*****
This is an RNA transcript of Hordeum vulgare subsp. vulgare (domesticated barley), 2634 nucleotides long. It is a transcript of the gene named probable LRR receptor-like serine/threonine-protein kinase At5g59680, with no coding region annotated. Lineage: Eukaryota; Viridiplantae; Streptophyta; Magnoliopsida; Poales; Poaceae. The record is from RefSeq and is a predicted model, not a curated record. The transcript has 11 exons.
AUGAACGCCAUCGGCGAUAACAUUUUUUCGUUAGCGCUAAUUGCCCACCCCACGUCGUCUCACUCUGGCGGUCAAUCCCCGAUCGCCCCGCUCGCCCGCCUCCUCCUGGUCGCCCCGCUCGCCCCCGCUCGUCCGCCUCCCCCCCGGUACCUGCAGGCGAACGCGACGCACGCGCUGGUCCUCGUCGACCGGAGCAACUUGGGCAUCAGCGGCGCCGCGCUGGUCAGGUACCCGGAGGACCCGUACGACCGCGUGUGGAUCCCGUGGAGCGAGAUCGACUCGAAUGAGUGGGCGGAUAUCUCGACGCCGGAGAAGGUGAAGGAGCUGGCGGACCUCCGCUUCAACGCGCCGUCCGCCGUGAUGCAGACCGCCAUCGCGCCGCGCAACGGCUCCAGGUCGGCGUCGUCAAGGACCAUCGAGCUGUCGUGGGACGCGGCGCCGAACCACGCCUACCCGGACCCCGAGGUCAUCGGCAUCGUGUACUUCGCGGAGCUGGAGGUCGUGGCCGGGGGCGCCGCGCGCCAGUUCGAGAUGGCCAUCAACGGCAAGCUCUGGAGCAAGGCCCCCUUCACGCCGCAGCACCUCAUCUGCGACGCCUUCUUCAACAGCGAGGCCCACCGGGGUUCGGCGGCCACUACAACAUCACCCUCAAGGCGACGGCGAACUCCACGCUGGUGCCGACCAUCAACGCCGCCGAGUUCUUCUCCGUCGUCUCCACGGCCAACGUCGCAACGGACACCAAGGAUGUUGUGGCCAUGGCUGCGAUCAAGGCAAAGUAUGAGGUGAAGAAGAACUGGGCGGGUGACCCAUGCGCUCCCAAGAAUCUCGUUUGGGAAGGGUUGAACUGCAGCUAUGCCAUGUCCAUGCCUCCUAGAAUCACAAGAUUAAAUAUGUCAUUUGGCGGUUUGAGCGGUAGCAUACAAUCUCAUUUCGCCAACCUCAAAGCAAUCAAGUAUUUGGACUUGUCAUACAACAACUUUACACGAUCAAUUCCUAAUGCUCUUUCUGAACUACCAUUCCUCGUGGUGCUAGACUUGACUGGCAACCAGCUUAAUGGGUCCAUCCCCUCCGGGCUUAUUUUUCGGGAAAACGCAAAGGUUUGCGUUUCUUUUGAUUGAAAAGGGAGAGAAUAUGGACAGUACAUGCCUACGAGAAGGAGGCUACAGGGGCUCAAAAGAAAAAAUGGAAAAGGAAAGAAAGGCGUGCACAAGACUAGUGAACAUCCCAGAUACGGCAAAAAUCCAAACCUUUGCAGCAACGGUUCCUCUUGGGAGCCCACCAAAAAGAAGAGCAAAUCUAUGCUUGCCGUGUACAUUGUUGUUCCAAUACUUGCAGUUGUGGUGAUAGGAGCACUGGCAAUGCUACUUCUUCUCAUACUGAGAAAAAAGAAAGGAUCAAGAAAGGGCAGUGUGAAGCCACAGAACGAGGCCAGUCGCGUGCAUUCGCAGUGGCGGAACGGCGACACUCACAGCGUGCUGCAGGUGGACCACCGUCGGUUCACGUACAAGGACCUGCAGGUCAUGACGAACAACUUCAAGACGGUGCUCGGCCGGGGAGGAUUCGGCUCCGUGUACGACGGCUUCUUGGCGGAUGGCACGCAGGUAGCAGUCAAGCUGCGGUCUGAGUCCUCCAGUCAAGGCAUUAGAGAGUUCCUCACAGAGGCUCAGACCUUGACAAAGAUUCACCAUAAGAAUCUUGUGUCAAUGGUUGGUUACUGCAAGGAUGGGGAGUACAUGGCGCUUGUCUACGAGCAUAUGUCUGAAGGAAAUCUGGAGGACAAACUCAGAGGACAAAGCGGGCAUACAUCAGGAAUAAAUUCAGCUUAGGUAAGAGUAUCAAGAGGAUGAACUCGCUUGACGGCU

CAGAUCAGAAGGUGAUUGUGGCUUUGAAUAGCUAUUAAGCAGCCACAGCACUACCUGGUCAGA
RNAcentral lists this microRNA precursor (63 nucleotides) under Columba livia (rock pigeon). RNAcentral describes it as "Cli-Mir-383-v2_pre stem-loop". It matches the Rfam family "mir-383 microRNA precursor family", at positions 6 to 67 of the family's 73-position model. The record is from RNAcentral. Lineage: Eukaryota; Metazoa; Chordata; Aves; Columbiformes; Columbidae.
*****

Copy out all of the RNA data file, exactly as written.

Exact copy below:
This is an RNA transcript of Hordeum vulgare subsp. vulgare (domesticated barley), 2634 nucleotides long. It is a transcript of the gene named probable LRR receptor-like serine/threonine-protein kinase At5g59680, with no coding region annotated. Lineage: Eukaryota; Viridiplantae; Streptophyta; Magnoliopsida; Poales; Poaceae. The record is from RefSeq and is a predicted model, not a curated record. The transcript has 11 exons.
AUGAACGCCAUCGGCGAUAACAUUUUUUCGUUAGCGCUAAUUGCCCACCCCACGUCGUCUCACUCUGGCGGUCAAUCCCCGAUCGCCCCGCUCGCCCGCCUCCUCCUGGUCGCCCCGCUCGCCCCCGCUCGUCCGCCUCCCCCCCGGUACCUGCAGGCGAACGCGACGCACGCGCUGGUCCUCGUCGACCGGAGCAACUUGGGCAUCAGCGGCGCCGCGCUGGUCAGGUACCCGGAGGACCCGUACGACCGCGUGUGGAUCCCGUGGAGCGAGAUCGACUCGAAUGAGUGGGCGGAUAUCUCGACGCCGGAGAAGGUGAAGGAGCUGGCGGACCUCCGCUUCAACGCGCCGUCCGCCGUGAUGCAGACCGCCAUCGCGCCGCGCAACGGCUCCAGGUCGGCGUCGUCAAGGACCAUCGAGCUGUCGUGGGACGCGGCGCCGAACCACGCCUACCCGGACCCCGAGGUCAUCGGCAUCGUGUACUUCGCGGAGCUGGAGGUCGUGGCCGGGGGCGCCGCGCGCCAGUUCGAGAUGGCCAUCAACGGCAAGCUCUGGAGCAAGGCCCCCUUCACGCCGCAGCACCUCAUCUGCGACGCCUUCUUCAACAGCGAGGCCCACCGGGGUUCGGCGGCCACUACAACAUCACCCUCAAGGCGACGGCGAACUCCACGCUGGUGCCGACCAUCAACGCCGCCGAGUUCUUCUCCGUCGUCUCCACGGCCAACGUCGCAACGGACACCAAGGAUGUUGUGGCCAUGGCUGCGAUCAAGGCAAAGUAUGAGGUGAAGAAGAACUGGGCGGGUGACCCAUGCGCUCCCAAGAAUCUCGUUUGGGAAGGGUUGAACUGCAGCUAUGCCAUGUCCAUGCCUCCUAGAAUCACAAGAUUAAAUAUGUCAUUUGGCGGUUUGAGCGGUAGCAUACAAUCUCAUUUCGCCAACCUCAAAGCAAUCAAGUAUUUGGACUUGUCAUACAACAACUUUACACGAUCAAUUCCUAAUGCUCUUUCUGAACUACCAUUCCUCGUGGUGCUAGACUUGACUGGCAACCAGCUUAAUGGGUCCAUCCCCUCCGGGCUUAUUUUUCGGGAAAACGCAAAGGUUUGCGUUUCUUUUGAUUGAAAAGGGAGAGAAUAUGGACAGUACAUGCCUACGAGAAGGAGGCUACAGGGGCUCAAAAGAAAAAAUGGAAAAGGAAAGAAAGGCGUGCACAAGACUAGUGAACAUCCCAGAUACGGCAAAAAUCCAAACCUUUGCAGCAACGGUUCCUCUUGGGAGCCCACCAAAAAGAAGAGCAAAUCUAUGCUUGCCGUGUACAUUGUUGUUCCAAUACUUGCAGUUGUGGUGAUAGGAGCACUGGCAAUGCUACUUCUUCUCAUACUGAGAAAAAAGAAAGGAUCAAGAAAGGGCAGUGUGAAGCCACAGAACGAGGCCAGUCGCGUGCAUUCGCAGUGGCGGAACGGCGACACUCACAGCGUGCUGCAGGUGGACCACCGUCGGUUCACGUACAAGGACCUGCAGGUCAUGACGAACAACUUCAAGACGGUGCUCGGCCGGGGAGGAUUCGGCUCCGUGUACGACGGCUUCUUGGCGGAUGGCACGCAGGUAGCAGUCAAGCUGCGGUCUGAGUCCUCCAGUCAAGGCAUUAGAGAGUUCCUCACAGAGGCUCAGACCUUGACAAAGAUUCACCAUAAGAAUCUUGUGUCAAUGGUUGGUUACUGCAAGGAUGGGGAGUACAUGGCGCUUGUCUACGAGCAUAUGUCUGAAGGAAAUCUGGAGGACAAACUCAGAGGACAAAGCGGGCAUACAUCAGGAAUAAAUUCAGCUUAGGUAAGAGUAUCAAGAGGAUGAACUCGCUUGACGGCU

CAGAUCAGAAGGUGAUUGUGGCUUUGAAUAGCUAUUAAGCAGCCACAGCACUACCUGGUCAGA
RNAcentral lists this microRNA precursor (63 nucleotides) under Columba livia (rock pigeon). RNAcentral describes it as "Cli-Mir-383-v2_pre stem-loop". It matches the Rfam family "mir-383 microRNA precursor family", at positions 6 to 67 of the family's 73-position model. The record is from RNAcentral. Lineage: Eukaryota; Metazoa; Chordata; Aves; Columbiformes; Columbidae.